By: Ashley Turk
Recently my husband and I went to the cemetery to pay our respects and plant some bulbs at our son’s gravesite. While my husband planted the bulbs, I walked around the cemetery looking at the other headstones admiring the many flowers, names, and quotes. I imagined what these people’s lives had been like. That is when it hit me, while they may share the same resting place as my son, they have been fortunate enough to have a hyphen.
Who would have known that one could long for a hyphen? You see when there is pregnancy loss or stillbirth there is only one date. The day of delivery is also the day you start your goodbyes. This just shows how closely joy and grief are linked together, one cannot exist without the other.
It probably sounds bizarre to someone who has never experienced a pregnancy loss that there is joy involved, nevertheless joy can exist. Even though there was total heartbreak and devastation. I still did it, I went through labor and delivered my baby. I experienced all the feelings a mom has when she holds her child for the first time, feeling the weight of her baby knowing it’s weight will increase over time, are still there. The biggest difference is that the weight of a stillborn baby will never increase, and your arms won’t stay full. The weight in your heart however will increase, and always be full. Sometimes I think that Gavin was given to me because God knew I could love him best.
Growing up my mom used to always warn me that I loved deeply and strongly and that with that could come pain. In Gavin’s case I loved him deeply and strongly, but I also like to think that is what kept him with us 4 weeks after we were told we would deliver our son silent and still within 2 weeks.
Today on my son’s 2nd birthday, I sit here pondering. I like to think about how much our little boy taught me. First, he made me a mom in every aspect of the word. We learned halfway through the pregnancy of Gavin’s initial CDH diagnosis and his father and I stayed strong while moving mountains and advocating for the best treatment and doctors for our son. Second, he taught me love at first sight, like only your child can. Seeing Gavin for the first time was difficult as his skin had already started to break down from the heat of my body in utero. Yet seeing his face and holding him was an experience far too great to describe. He was perfect to me because he was mine.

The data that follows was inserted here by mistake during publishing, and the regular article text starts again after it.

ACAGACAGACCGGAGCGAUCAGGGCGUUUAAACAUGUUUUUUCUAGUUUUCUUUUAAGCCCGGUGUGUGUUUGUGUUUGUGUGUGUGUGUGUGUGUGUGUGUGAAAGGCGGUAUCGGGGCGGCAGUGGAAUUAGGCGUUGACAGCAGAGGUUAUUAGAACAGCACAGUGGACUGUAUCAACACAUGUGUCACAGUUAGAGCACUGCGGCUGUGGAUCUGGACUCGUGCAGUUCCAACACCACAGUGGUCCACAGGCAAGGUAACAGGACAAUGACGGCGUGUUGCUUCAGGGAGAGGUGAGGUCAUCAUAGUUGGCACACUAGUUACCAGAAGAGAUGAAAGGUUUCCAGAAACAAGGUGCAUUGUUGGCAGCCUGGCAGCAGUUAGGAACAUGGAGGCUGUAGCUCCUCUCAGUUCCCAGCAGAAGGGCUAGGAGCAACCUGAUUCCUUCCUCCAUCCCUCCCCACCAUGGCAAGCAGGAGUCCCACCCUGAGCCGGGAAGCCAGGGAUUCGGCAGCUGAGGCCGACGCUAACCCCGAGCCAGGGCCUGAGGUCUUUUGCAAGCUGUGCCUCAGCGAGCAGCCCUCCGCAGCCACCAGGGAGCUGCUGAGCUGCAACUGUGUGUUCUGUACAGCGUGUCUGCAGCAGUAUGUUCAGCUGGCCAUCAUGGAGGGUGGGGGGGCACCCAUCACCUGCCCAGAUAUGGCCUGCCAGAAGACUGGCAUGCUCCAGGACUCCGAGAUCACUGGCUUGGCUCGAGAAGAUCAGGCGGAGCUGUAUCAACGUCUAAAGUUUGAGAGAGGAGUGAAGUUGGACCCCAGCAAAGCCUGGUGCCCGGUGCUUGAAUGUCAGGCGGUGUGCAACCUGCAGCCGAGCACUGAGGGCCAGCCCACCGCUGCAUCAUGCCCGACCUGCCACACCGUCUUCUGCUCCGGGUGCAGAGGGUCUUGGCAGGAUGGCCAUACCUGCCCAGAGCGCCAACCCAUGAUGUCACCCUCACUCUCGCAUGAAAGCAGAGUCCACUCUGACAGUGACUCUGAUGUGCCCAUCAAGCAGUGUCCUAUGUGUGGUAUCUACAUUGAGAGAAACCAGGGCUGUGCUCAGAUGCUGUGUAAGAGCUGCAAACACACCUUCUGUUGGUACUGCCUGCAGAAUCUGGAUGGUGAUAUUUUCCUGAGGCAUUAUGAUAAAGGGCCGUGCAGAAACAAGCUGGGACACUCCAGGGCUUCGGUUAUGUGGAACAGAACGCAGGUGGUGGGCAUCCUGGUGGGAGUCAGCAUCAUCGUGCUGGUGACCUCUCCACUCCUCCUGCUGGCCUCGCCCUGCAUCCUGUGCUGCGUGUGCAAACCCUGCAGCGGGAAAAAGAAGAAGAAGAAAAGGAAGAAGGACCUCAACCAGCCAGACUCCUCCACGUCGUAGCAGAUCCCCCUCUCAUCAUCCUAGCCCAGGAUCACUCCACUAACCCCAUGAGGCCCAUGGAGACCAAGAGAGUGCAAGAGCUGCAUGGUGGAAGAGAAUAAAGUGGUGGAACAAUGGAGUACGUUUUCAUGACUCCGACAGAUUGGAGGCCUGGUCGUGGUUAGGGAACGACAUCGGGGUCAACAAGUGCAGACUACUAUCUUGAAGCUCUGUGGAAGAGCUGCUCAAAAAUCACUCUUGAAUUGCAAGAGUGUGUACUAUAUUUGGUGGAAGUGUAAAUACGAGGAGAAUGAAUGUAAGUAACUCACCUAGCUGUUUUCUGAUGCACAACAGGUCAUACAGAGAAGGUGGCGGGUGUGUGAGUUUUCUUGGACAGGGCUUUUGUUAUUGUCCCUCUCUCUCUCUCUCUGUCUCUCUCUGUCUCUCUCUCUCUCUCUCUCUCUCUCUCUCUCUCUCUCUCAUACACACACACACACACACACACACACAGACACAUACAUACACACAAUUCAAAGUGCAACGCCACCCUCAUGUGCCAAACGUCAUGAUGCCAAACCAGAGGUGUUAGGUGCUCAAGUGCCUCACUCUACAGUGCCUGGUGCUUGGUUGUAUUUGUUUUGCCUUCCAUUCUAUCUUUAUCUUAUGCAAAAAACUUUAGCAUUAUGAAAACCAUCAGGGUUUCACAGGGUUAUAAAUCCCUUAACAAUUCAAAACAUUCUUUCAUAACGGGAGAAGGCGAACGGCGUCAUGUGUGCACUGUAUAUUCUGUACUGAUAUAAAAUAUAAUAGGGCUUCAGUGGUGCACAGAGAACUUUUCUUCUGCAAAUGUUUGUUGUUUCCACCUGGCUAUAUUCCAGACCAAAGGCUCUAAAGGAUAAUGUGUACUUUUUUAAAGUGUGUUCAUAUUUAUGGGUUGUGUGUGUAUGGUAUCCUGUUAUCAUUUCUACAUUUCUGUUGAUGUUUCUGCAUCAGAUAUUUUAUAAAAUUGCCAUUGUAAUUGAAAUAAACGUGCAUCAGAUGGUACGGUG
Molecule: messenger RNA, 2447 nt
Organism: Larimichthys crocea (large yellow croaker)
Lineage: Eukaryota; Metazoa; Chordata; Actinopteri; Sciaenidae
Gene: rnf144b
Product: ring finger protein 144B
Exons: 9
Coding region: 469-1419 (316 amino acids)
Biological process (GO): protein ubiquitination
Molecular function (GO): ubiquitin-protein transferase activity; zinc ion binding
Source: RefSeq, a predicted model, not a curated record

Finally, Gavin’s short life reminds me to use my hyphen well, to live my life to the fullest.
We are not promised our days on earth and while my faith teaches me, I will be reunited with my son I still have more to learn, enjoy, and experience before that time comes. I would like to end with this, although Gavin has one day. May 22, 2018. He is very much a part of my hyphen, very much a part of his father’s, his grandparents and all our friends and families who are not afraid to speak his name, remember his story and continue to let his story live on through good deeds, prayers and laughter. I thank you my sweet boy and promise to continue to live my life valuing my hyphen.
About Ashley: Ashley Turk is a Program Assistant for Our Lady of Lourdes Hospitality North American Volunteers. Ashley grew up in the suburbs outside of St. Louis, Missouri and upon graduating from college she trusted Christ and did a year of service in Syracuse, NY. While in Syracuse, a nun set her up with the man who would later become her husband Rob. Ashley lives in Pennellville, NY with Rob and their daughter Molly. Ashley’s heart aches the same as many other mother’s with empty arms, as she experienced stillbirth with her first child, Gavin. Ashley and Rob learned they were pregnant with Gavin in 2017 and were overjoyed. During their anatomy scan they learned that their son had CDH (Congenital Diaphragmatic Hernia). While seeking treatment and expert opinions, Ashley and Rob learned their son had some other challenges and that they would be delivering Gavin still. Ashley delivered Gavin on May 22, 2018 just two days after their first wedding anniversary. Ashley and Rob are honored to be Gavin’s parents and live their lives in memory of him everyday.